Nanopatterns are becoming increasingly popular in the field of bioscience and bioengineering because they provide novel tools to address biological problems. For example, protein nanoarrays not only enable molecular level statistics of binding events but also offer an increased sensitivity compared to microarrays. To achieve such patterns we have self-assembled micron and sub-micron sized polystyrene (PS) particles by dip-drying in aqueous suspensions, aiming at large monolayer coverage on flat surface. The particle patterns were then tailored by etching to linearly reduce the size of the particles. It was possible to produce ordered PS features of different sizes and separations by varying the etching time and initial particle diameter. The tailored particle patterns were later either transferred into the substrate by etching – creating nanopillars – or replicated into a polymer – creating nanocontainers. Nanopillars could be produced also with a chemical contrast, leading to e.g. titania pillars in a silica background. With a selective molecular patterning method we further transferred the structures into protein and other self-assembled nanopatterns. The polymer replicas on the other hand were used to make arrays of femtoliter nanocontainers. Rendering them protein resistant creates a powerful tool to investigate single molecule events in well defined locations.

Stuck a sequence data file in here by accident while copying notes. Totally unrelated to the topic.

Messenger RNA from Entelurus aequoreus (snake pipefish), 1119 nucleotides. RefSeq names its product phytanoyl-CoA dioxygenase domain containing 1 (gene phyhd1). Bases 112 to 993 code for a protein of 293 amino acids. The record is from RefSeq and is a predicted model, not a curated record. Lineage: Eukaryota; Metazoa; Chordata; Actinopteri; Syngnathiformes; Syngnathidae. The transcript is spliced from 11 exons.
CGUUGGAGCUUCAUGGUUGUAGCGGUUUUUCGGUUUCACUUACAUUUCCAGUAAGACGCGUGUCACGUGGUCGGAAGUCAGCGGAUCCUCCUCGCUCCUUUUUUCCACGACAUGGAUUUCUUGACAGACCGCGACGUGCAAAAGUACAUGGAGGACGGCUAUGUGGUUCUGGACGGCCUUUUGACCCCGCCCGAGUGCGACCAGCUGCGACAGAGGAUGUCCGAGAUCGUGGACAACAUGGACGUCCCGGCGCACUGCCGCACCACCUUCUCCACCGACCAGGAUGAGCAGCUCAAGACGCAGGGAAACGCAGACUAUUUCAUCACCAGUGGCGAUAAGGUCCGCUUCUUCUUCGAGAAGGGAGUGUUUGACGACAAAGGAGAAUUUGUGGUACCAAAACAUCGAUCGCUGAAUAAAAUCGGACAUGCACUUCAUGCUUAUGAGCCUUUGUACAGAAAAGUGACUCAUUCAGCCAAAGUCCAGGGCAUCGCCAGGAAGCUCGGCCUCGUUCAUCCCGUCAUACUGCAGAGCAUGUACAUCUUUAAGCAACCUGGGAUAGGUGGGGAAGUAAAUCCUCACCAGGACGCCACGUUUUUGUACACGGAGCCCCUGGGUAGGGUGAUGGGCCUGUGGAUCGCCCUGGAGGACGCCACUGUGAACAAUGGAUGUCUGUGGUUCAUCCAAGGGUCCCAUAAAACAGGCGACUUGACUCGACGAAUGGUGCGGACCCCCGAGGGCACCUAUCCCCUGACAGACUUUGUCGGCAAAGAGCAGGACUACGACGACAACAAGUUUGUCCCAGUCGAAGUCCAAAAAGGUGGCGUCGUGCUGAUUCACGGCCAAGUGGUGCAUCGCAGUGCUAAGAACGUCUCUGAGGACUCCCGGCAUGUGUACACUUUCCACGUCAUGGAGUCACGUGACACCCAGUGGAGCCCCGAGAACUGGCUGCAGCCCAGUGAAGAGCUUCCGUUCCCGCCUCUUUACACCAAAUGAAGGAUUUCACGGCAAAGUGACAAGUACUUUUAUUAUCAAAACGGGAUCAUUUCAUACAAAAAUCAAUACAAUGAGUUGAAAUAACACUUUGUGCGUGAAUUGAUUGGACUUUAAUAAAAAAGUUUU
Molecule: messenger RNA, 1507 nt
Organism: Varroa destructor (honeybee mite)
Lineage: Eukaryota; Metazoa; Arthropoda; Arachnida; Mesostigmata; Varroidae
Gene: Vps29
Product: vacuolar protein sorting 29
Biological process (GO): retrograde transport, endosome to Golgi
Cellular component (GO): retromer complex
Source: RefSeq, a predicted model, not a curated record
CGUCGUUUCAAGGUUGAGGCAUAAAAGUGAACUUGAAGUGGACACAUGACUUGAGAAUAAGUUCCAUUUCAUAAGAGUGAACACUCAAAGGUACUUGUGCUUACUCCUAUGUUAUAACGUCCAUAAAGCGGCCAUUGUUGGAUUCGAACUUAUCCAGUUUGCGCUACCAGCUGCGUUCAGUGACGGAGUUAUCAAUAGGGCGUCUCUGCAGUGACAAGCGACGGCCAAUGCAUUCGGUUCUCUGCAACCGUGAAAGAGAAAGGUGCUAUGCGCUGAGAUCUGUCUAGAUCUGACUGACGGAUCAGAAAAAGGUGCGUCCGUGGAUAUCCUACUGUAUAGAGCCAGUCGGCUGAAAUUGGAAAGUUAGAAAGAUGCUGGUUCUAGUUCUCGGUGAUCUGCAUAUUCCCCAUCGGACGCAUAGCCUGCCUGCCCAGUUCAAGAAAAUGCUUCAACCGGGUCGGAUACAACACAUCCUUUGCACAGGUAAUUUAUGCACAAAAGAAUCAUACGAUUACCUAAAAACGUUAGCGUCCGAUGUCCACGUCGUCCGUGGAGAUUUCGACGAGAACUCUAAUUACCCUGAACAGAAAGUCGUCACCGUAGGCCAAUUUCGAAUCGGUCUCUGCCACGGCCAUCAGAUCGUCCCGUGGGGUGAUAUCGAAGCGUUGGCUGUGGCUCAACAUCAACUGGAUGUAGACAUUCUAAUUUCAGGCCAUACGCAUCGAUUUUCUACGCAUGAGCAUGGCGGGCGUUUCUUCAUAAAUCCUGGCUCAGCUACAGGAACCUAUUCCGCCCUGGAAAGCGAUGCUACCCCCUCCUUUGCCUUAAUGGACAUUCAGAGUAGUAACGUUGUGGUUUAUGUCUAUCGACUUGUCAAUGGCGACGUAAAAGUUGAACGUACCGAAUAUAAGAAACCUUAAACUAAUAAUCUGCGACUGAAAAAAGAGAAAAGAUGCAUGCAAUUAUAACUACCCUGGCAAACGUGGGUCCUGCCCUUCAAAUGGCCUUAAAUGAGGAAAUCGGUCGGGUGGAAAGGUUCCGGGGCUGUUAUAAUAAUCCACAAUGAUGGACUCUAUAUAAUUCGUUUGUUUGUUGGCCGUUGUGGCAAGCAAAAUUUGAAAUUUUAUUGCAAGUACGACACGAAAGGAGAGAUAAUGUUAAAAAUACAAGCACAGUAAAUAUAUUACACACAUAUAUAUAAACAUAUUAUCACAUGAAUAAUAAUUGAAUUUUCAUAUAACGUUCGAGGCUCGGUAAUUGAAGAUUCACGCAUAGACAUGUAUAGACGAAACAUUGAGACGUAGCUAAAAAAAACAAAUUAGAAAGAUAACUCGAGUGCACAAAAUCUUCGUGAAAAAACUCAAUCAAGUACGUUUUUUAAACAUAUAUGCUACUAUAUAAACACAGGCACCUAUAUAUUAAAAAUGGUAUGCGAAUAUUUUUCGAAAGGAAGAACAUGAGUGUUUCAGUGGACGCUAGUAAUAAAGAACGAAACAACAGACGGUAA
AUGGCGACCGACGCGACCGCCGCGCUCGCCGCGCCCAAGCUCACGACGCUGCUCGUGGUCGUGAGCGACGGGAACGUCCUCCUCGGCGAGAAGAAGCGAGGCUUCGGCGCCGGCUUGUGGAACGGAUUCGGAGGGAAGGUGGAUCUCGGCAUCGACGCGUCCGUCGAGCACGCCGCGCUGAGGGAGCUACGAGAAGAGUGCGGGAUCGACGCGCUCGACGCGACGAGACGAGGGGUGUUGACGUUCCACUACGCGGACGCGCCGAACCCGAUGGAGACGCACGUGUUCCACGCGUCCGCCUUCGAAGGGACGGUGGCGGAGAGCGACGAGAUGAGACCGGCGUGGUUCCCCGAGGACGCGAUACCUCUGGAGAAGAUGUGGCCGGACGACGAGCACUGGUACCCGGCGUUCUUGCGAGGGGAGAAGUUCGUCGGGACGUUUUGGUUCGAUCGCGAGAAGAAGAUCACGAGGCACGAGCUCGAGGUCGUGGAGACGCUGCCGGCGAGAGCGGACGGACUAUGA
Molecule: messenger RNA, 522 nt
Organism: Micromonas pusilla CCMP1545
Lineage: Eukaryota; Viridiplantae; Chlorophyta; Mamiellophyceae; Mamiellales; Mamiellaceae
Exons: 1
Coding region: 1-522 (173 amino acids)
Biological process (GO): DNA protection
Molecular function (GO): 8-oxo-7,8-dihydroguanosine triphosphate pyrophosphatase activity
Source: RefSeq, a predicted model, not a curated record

Journal: TechConnect Briefs
Volume: 4, Technical Proceedings of the 2007 NSTI Nanotechnology Conference and Trade Show, Volume 4
Published: May 20, 2007
Pages: 578 - 581
Industry sector: Advanced Materials & Manufacturing
Topicss: Advanced Manufacturing, Nanoelectronics